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. Last Updated: 07/27/2016

For Kvasov, 'Boundless Power' and Anonymity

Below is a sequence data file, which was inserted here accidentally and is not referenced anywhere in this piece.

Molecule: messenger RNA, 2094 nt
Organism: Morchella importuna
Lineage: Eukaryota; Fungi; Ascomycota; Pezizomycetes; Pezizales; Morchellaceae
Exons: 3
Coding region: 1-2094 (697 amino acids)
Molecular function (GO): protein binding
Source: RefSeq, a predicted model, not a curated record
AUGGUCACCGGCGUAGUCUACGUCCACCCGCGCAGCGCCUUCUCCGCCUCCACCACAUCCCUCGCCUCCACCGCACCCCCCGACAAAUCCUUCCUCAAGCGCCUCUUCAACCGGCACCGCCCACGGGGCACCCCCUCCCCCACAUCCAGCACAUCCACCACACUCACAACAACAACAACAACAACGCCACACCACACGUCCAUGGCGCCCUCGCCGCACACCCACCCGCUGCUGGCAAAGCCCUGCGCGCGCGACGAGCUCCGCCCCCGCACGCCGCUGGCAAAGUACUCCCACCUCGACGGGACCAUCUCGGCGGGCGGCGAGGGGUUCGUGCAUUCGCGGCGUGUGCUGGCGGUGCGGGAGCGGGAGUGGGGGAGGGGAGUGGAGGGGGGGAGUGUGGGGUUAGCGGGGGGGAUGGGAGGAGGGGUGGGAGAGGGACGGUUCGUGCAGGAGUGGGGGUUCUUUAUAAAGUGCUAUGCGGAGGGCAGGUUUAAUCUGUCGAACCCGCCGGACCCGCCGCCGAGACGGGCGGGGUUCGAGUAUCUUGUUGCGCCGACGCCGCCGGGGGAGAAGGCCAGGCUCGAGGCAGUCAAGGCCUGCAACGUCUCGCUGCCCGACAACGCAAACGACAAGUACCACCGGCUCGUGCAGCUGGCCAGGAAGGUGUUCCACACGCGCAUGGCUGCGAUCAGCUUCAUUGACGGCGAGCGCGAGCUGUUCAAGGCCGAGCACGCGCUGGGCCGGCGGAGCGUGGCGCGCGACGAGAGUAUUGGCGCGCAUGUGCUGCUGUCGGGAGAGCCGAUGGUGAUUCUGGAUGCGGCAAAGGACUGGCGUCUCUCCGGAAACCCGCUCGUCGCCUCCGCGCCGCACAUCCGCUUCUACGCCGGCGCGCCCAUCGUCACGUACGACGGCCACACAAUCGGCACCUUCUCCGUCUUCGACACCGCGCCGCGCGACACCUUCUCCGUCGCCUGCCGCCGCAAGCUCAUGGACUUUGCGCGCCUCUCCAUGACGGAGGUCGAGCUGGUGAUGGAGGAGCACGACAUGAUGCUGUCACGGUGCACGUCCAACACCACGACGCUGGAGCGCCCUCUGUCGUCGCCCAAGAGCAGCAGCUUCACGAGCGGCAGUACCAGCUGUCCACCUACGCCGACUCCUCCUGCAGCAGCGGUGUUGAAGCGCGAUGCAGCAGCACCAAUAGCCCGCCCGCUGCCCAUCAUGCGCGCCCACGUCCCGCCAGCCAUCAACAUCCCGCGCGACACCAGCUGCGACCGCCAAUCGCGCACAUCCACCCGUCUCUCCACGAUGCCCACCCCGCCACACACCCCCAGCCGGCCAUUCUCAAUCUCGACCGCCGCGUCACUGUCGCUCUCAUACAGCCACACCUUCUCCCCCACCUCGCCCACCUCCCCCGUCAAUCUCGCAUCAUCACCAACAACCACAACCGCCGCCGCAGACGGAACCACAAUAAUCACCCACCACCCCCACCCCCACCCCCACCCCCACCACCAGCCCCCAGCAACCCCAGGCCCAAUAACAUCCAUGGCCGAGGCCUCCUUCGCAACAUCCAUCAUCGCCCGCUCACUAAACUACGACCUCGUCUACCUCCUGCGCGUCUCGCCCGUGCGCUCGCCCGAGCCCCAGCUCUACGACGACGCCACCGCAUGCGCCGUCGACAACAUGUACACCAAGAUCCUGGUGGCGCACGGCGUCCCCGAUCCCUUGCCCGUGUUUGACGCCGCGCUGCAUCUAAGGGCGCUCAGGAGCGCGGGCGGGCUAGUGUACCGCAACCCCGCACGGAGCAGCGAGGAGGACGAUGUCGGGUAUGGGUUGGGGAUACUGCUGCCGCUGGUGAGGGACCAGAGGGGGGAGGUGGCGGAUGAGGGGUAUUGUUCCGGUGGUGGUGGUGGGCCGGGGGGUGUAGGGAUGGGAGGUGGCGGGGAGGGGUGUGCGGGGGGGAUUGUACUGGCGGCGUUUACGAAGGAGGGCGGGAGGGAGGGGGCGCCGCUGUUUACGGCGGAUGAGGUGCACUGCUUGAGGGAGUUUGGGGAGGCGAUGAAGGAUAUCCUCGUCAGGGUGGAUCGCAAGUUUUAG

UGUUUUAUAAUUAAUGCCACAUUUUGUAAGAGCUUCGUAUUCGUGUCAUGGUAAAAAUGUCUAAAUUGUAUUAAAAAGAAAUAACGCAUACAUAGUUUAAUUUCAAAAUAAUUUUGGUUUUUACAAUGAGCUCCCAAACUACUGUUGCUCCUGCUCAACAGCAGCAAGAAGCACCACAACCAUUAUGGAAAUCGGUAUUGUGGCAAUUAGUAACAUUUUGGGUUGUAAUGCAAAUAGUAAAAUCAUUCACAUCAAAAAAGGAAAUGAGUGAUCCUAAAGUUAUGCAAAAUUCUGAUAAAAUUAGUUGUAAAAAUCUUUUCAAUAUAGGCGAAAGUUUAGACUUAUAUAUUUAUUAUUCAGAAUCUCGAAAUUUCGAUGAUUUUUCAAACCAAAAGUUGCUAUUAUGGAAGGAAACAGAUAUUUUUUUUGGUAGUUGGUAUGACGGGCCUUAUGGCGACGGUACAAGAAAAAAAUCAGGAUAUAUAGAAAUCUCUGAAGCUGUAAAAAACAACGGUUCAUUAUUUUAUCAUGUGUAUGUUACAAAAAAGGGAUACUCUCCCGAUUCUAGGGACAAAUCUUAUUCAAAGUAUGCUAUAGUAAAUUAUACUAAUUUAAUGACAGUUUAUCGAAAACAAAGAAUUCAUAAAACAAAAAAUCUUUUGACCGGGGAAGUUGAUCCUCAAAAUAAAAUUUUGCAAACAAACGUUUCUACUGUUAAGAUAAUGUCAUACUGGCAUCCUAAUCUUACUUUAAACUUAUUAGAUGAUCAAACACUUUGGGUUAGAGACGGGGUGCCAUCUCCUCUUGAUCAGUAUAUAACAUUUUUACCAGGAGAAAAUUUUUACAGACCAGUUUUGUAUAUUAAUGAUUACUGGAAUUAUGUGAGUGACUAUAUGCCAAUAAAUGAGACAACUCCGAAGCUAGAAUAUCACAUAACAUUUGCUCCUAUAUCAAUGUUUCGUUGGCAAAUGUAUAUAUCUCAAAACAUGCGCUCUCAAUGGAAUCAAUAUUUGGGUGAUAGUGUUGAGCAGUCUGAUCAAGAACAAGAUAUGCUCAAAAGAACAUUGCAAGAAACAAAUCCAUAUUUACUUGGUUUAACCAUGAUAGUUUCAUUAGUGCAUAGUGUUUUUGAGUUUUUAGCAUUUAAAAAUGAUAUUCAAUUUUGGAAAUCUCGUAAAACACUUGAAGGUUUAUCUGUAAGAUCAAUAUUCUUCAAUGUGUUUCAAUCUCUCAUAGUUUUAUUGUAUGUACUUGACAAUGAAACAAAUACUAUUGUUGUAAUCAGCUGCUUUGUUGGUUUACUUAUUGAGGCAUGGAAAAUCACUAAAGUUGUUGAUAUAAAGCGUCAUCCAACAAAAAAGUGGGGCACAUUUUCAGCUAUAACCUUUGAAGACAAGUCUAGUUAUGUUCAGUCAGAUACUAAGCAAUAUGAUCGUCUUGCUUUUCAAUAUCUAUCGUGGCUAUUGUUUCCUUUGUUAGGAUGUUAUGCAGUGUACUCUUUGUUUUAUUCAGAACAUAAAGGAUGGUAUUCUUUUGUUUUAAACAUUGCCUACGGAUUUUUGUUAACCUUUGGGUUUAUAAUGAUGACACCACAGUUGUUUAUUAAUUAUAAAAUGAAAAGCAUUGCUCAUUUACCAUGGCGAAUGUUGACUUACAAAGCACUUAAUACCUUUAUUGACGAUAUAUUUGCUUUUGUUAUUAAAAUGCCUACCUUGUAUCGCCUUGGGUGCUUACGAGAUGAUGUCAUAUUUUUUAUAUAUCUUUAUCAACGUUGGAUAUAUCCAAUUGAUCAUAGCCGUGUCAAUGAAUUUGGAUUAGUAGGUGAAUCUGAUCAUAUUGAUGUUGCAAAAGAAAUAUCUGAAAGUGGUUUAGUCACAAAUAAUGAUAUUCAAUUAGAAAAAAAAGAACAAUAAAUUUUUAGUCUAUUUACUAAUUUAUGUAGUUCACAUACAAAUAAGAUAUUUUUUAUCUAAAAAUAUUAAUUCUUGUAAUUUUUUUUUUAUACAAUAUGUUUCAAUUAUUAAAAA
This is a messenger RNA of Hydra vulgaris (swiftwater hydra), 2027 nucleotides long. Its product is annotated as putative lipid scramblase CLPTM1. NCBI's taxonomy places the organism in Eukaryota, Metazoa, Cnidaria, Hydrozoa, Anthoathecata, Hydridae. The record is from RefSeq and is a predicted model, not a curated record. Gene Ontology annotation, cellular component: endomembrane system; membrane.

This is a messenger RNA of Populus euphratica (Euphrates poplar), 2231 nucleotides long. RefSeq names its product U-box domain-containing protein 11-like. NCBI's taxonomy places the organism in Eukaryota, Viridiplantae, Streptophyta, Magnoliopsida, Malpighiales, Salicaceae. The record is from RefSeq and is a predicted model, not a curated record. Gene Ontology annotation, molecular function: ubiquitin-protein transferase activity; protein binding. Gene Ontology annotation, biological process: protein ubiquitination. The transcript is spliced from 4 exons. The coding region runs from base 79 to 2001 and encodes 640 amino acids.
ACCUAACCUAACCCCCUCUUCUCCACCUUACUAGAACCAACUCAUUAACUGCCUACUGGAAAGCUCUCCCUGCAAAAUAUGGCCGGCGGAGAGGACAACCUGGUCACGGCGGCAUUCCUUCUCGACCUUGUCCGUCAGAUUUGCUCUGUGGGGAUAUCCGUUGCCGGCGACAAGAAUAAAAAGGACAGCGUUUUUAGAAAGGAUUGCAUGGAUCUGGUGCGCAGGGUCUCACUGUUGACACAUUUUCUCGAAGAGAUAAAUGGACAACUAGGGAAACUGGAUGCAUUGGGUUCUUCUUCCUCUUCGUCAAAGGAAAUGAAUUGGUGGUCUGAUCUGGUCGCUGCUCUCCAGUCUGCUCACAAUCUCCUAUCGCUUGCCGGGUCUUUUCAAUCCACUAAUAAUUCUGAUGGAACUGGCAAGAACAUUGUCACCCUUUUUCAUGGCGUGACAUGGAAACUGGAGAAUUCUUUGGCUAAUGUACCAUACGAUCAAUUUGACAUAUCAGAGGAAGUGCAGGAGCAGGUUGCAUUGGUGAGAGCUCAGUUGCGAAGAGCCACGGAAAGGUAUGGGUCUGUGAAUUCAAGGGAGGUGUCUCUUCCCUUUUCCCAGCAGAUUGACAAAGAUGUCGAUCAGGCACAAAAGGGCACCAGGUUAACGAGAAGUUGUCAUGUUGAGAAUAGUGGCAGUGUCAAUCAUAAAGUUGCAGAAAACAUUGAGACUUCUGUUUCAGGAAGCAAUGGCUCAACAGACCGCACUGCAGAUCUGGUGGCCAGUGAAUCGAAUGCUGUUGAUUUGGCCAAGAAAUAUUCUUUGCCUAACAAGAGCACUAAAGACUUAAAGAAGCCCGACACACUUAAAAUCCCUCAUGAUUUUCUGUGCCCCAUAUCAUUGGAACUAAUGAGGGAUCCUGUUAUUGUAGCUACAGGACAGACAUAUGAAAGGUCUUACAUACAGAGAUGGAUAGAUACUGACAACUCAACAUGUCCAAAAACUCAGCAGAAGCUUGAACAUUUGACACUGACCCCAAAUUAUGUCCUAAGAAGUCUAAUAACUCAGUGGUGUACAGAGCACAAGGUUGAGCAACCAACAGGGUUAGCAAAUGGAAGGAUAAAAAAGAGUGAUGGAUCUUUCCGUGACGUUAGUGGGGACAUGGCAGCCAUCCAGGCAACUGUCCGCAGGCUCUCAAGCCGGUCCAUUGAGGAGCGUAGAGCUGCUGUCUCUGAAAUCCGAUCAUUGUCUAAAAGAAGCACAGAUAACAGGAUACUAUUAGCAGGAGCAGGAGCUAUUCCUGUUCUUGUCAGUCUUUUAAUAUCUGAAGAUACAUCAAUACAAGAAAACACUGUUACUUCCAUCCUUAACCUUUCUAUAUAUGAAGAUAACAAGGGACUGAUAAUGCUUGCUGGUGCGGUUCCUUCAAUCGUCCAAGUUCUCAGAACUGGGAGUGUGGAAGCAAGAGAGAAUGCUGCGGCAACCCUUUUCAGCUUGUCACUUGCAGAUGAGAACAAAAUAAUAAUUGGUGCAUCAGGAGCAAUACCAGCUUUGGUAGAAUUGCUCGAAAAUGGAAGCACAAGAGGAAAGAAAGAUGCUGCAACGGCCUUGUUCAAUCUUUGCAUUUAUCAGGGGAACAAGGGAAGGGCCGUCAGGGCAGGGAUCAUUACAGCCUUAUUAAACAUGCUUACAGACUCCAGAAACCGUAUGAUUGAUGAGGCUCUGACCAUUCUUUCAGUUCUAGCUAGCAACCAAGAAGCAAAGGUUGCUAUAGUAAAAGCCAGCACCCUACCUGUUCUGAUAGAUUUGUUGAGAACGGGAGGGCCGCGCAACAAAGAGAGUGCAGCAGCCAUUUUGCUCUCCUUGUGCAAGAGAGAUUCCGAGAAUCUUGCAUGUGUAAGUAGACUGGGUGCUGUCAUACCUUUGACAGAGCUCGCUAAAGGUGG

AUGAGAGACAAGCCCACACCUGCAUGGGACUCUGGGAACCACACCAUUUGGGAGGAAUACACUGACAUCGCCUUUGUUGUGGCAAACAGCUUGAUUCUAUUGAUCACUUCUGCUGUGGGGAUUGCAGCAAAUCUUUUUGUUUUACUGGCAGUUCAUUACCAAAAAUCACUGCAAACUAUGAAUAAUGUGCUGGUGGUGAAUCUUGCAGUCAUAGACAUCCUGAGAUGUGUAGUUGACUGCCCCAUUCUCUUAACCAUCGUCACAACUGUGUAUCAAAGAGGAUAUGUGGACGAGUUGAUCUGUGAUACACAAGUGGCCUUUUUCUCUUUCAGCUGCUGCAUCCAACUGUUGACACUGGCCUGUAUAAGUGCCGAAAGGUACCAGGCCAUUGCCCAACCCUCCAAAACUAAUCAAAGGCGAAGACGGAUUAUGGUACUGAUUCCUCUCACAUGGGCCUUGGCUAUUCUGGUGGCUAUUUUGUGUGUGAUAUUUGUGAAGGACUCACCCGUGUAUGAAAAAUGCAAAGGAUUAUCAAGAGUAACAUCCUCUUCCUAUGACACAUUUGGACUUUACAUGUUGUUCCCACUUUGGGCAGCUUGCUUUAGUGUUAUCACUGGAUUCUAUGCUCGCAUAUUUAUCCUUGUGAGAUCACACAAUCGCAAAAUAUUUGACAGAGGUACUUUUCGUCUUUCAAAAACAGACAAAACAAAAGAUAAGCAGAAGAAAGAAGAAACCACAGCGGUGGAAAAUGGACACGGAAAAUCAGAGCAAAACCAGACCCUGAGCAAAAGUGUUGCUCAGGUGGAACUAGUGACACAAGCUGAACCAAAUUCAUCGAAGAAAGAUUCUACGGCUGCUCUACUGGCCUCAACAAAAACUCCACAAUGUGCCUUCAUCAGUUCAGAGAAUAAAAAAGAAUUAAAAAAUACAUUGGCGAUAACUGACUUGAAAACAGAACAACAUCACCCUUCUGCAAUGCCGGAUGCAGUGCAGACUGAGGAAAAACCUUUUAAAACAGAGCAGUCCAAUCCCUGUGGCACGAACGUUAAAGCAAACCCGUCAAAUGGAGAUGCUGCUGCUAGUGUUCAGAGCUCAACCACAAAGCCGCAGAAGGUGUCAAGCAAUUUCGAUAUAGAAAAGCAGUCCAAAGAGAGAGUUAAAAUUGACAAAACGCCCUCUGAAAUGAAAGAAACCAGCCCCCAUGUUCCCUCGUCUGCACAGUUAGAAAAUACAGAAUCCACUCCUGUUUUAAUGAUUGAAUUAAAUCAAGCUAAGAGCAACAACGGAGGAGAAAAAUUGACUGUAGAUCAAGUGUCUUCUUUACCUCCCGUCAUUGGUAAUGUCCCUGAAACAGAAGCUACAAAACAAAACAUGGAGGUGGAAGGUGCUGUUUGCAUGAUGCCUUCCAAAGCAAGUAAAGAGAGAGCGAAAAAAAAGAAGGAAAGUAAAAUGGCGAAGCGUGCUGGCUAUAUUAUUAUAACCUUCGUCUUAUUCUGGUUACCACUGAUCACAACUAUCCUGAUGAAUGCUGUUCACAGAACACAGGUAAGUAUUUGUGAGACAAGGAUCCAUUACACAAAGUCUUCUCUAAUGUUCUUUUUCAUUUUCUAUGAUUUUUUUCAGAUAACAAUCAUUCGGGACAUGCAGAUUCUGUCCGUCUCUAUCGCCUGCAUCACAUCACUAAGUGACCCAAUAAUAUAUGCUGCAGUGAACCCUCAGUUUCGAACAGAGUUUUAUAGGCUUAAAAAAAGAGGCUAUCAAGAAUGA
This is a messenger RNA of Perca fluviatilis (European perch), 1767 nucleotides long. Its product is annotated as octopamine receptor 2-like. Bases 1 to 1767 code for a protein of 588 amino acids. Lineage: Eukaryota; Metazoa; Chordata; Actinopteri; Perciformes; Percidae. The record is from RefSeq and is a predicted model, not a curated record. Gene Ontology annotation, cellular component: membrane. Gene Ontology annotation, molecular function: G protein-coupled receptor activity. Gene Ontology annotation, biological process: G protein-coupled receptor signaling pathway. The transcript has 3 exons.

Vladimir Kvasov, the Cerberus at Prime Minister Viktor Chernomyrdin's door, is a man who has roused strong opinions, but remains virtually unknown. He has been called a man of "boundless power," a dedicated bureaucrat and an opponent of reform. Kvasov, head of the government apparatus, can lay claim to being the most powerful bureaucrat in Russia. He is at the peak of an entity with almost a million employees. He has the rank of minister, allowing him to attend all cabinet meetings. He is also a deputy in the State Duma. Yet Kvasov prefers to stay out of the limelight. His bare reception room on the fifth floor in the White House along the corridor from his boss Chernomyrdin gives no clue to his character. There are no books on the shelves, only one small picture -- a landscape -- on the wall. He answers questions with the smooth assurance of a career chinovnik, a trained government official. Kvasov's face, hidden behind large spectacles, is one you could miss in a crowd. He is uncomfortable when asked what he does in his free time. He carries on working, he says, then after a minute or so he says carefully that he "likes the countryside." But President Boris Yeltsin clearly thought Kvasov was too powerful two weeks ago when he rapped him sharply in public. "I told Chernomyrdin we need serious purge of the apparatus," Yeltsin told a press conference. "With Kvasov at the head, they have taken on so many people. It will take us a long time to sort it all out." Kvasov told Moskovskiye Novosti that after the press conference he wrote a note to Chernomyrdin offering to resign but the prime minister kept him on. Kvasov said brusquely that he did not want to discuss the matter further and changed the subject. "We took account of the president's remarks. We will keep track of the quality and number of the apparatus," is all he would say later. But Kvasov went on to say he did not understand what Yeltsin had been trying to say and that he was proud of the professionalism of the apparatus. Kvasov, 57, is a Moscow-born career bureaucrat who joined the government in 1978. Before that he, like his boss Viktor Chernomyrdin, worked in the gas industry. In January 1993, the experienced Kvasov replaced Alexei Golovkov, an academic from Yegor Gaidar's economics institute, to take charge of the government apparatus. Yeltsin said in his recent book that Golovkov was not right for a job that "required an incredible amount of purely technical initiative and experience. As a result, office work began to pile up or go astray." Kvasov said that he had initiated a fairly serious "purge" in the apparatus, sacking 170 people and appointing 207. In the meantime he had tried to streamline the government, abolishing several "parallel structures." Golovkov in an interview said that while he had tried to delegate more power downwards in the government, Kvasov was doing the reverse. "There is another tendency at work now, smoothly to take away the powers of the ministries and raise the level at which decisions are taken as high as possible," Golovkov said. Kvasov agreed that he was at the heart of the government's decision-making process. "Not one government decree or resolution comes out without my participation because I read them all," he said. For the radical reformers of the Gaidar generation, Kvasov and his apparatus were a hindrance and a threat. "It's obvious that he is harmful to our work, that he is from the old guard which came from the old Bolshevik system," Mikhail Poltoranin, who was information minister in the government until the end of last year, said of Kvasov. "When I was working there many of them longed for us to leave," Poltoranin said of the apparatus. "They hated us because they decided that we had come and sat in their chairs and were getting in their way." Kvasov has clashed with reformist ministers like Boris Fyodorov and Ella Pamfilova who left the government in the winter. Izvestia reported that the decision to build a new parliament building was made with Kvasov's approval but without the knowledge of Fyodorov, then the finance minister. Last month Yeltsin launched a package of decrees on the economy, stepping on the usual preserve of the government and criticized his prime minister for being too slow in implementing economic policy. Kvasov said that the government had anticipated Yeltsin's decrees and that Yeltsin had merely "pushed them ahead and speeded them up." Kvasov himself was elected a deputy to the State Duma in December and has joined the centrist New Regional Policy faction, a group with strong links to the energy sector from which he comes. At the same time he was given the rank of minister, which allowed him to keep his seat in parliament. But asked if he intended to play a more active political role in the future Kvasov said only: "Time will show." "He is really an apparatchik," said Sergei Markov, a professor of politics at Moscow State University. "But his role is very important. As Chernomyrdin has to spend more and more time on political matters he is forced to give most of the apparatus work to Kvasov. And in that way Kvasov's position is growing."